Incidentally, the front end of a single-bit system is identical to an over-sampled PCM system. The single-bit (DSD) stream is extracted at an earlier stage in the digital filtering process than for PCM. Also, the mix of precision analog circuitry and high-speed clocks is not new for DSD, and has been a major challenge in high-precision converters for many years. My day job includes designing these types of systems and making them work in audio and industrial fields.
  5. Codemonkey

    Codemonkey Well-Known Member

    It appears I was spectacularly wrong. Sorry link.
  6. Link555

    Link555 Well-Known Member

    No worries Codemonkey. I still think your idea is a cool one.

    Thanks Boswell so it sounds a bit like pulse width modulation triggered by the input audio signal? This is probably not true but it does sound bit like it.
    So the front end filtering could be reduced for a purely DSD system?

    What types of other issues have your designs encountered?

    Thanks again boswell, just trying to understand.
  7. Boswell

    Boswell Moderator Distinguished Member

    Not usefully. The filtering I talked about is digital filtering, primarily a cascaded integrator comb filter, often found inside the ADC chip but can be done by external DSP. (Reference)

    Any design has to work to a specification and within a list of constraints that includes a manufacturing budget. Some of the most difficult design constraints are not directly audio related, such as electromagnetic compatibility (EMC), power supples, mechanical housing, and testability, not to mention ease of manufacture and having to second-guess the availability of all the chosen components for at least 5 years after a design goes into production.

    At the audio level, the big challenge is trying to achieve the noise and distortion figures demanded by the design specification, and this is where mixed-signal problems (low-level audio co-existing with high-speed digital circuitry) can occur. Even simple things like the exact point at which analog and digital grounds are inter-connected can have a big impact on the resulting performance.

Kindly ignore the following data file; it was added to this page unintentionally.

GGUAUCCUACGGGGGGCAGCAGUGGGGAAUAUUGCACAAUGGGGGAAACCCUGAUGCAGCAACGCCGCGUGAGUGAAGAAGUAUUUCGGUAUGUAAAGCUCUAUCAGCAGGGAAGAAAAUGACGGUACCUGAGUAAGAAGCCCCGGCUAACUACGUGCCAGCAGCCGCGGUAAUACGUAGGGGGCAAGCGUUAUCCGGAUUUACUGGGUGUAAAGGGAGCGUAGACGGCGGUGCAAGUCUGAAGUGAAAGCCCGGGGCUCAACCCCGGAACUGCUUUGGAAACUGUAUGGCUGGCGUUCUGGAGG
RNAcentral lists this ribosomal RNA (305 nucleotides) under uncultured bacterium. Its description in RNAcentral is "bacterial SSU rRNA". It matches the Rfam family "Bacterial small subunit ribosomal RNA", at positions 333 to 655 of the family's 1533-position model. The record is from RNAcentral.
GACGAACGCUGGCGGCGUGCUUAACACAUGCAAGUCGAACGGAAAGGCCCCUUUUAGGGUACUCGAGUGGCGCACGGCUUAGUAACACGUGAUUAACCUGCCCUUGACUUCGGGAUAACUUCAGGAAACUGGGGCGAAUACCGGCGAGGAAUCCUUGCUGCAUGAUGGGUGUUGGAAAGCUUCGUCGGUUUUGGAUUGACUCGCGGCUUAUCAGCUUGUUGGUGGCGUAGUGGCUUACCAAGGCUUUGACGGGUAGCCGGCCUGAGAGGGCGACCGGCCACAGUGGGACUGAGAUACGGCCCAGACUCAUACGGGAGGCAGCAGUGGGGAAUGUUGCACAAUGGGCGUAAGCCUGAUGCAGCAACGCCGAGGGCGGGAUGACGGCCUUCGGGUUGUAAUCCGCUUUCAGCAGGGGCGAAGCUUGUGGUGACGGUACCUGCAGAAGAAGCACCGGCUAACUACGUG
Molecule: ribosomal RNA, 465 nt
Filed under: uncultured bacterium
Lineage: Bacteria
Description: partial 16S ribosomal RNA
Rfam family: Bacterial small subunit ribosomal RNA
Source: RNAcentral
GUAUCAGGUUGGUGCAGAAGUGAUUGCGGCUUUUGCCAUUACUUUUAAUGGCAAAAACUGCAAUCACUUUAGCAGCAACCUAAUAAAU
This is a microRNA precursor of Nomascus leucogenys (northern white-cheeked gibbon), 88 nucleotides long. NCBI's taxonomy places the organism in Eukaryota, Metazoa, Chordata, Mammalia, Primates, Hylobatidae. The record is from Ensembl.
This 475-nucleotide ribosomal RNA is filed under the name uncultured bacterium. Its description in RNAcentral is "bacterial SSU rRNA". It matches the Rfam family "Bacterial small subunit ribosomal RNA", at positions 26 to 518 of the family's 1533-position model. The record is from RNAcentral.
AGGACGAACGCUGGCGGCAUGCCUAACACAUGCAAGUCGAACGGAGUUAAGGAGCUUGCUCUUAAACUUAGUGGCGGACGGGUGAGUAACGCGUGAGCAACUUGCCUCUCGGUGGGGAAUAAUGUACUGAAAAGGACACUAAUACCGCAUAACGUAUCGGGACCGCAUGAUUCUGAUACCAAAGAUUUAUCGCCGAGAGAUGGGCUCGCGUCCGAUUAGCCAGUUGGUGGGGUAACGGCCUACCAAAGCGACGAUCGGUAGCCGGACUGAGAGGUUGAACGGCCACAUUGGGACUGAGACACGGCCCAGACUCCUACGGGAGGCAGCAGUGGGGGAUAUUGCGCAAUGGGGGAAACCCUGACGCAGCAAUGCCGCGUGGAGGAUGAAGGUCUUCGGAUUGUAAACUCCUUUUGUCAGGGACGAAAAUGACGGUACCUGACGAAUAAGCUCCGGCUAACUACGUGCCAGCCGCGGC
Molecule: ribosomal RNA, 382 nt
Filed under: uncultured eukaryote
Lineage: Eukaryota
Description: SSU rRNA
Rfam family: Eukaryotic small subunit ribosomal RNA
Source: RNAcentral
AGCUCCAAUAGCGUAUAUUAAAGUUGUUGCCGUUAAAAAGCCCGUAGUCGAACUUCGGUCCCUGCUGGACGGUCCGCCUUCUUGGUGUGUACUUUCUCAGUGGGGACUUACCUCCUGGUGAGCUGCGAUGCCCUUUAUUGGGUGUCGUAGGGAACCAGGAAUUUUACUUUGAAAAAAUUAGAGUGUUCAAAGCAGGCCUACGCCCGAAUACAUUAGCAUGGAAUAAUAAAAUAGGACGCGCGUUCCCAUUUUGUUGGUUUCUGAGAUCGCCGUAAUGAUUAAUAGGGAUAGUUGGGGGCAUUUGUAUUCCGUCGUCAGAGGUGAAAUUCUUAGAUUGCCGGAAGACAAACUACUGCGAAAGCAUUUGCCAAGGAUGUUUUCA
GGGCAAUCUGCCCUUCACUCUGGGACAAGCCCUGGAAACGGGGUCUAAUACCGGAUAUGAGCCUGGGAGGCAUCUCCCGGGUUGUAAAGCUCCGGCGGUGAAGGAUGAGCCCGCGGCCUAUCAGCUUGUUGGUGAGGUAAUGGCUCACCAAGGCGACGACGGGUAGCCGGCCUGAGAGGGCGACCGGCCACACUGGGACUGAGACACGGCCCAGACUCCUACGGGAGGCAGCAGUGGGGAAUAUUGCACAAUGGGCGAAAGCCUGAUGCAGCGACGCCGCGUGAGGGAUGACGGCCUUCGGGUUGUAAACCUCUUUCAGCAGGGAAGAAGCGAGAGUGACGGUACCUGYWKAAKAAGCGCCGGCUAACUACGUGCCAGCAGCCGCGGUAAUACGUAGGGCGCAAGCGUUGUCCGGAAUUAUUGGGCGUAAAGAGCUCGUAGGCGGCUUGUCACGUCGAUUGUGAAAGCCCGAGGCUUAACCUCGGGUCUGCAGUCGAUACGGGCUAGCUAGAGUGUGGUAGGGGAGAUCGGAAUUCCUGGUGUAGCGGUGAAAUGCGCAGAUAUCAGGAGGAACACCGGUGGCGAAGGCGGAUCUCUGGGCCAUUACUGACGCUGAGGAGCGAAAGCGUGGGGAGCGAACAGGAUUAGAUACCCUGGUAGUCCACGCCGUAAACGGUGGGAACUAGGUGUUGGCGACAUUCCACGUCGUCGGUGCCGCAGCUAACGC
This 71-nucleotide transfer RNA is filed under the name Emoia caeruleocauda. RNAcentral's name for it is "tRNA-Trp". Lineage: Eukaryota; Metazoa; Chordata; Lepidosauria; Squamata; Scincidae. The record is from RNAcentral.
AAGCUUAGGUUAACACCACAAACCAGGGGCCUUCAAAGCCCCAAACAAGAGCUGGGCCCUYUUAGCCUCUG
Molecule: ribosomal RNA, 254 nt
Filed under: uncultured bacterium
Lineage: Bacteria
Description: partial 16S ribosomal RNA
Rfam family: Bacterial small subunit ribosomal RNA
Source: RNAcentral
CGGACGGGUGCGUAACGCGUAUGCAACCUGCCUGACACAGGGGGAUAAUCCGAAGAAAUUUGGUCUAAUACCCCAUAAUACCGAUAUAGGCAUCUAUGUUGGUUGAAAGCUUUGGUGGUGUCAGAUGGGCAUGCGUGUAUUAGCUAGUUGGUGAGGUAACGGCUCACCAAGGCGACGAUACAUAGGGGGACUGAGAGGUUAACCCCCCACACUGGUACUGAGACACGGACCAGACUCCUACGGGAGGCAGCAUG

Open up a cheap piece of audio gear and also a well-respected high-quality piece of a similar function, and at first sight they may appear to be much the same: a printed circuit board with I/O jacks and some user interface controls. Examine more closely, and you may see that the high-quality equipment uses 6- or 8-layer circuit boards, the boards are several revisions into their history, the power supply is well separated, screened and has separate looms for digital and analog power. It will smack of attention to detail. This is the only way to get quality results.
  8. Link555

    Link555 Well-Known Member

    Thanks for the response boswell do you know of any good references for the way 1-bit ADC's work?
  9. Boswell

    Boswell Moderator Distinguished Member

    This is an article by Korg outlining their 1-bit technology.
    Here is a more interesting paper from a group at QMC in London proposing various methods of applying EQ and effects to single-bitstreams. [Page 2 does not show up on my PC; you may have better luck]
  10. Link555

    Link555 Well-Known Member

    Thanks again Boswell. The filtering aside Is there a site you know of, that talk about the actual ADC conversion aside from the filtering section?
  11. Boswell

    Boswell Moderator Distinguished Member

    Try this from Maxim. Think of DSD data being taken out of the ADC at the point where the article shows "1-bit data stream". The details of a true DSD converter are slightly different, but the principles are similar enough for this to be a useful description.

    The DSD Pro Audio site has an explanation page

    For what it's worth, there is also a Wikipedia page with a jumble of information about DSD.
  12. Link555

    Link555 Well-Known Member

    Thanks! The maxim link is exactly what I was looking for!

    In your work have you designed Sigma-Delta ADCs at chip level?
  13. Boswell

    Boswell Moderator Distinguished Member

    No, unfortunately. Mixed-signal chip design is a very specialized skill that I regret I have never had the opportunity to acquire. However, I have used many of the different ADC architectures in my equipment designs including the type where you can get in and re-program the internal digital processing to adapt the basic design for use in new and sometimes weird applications.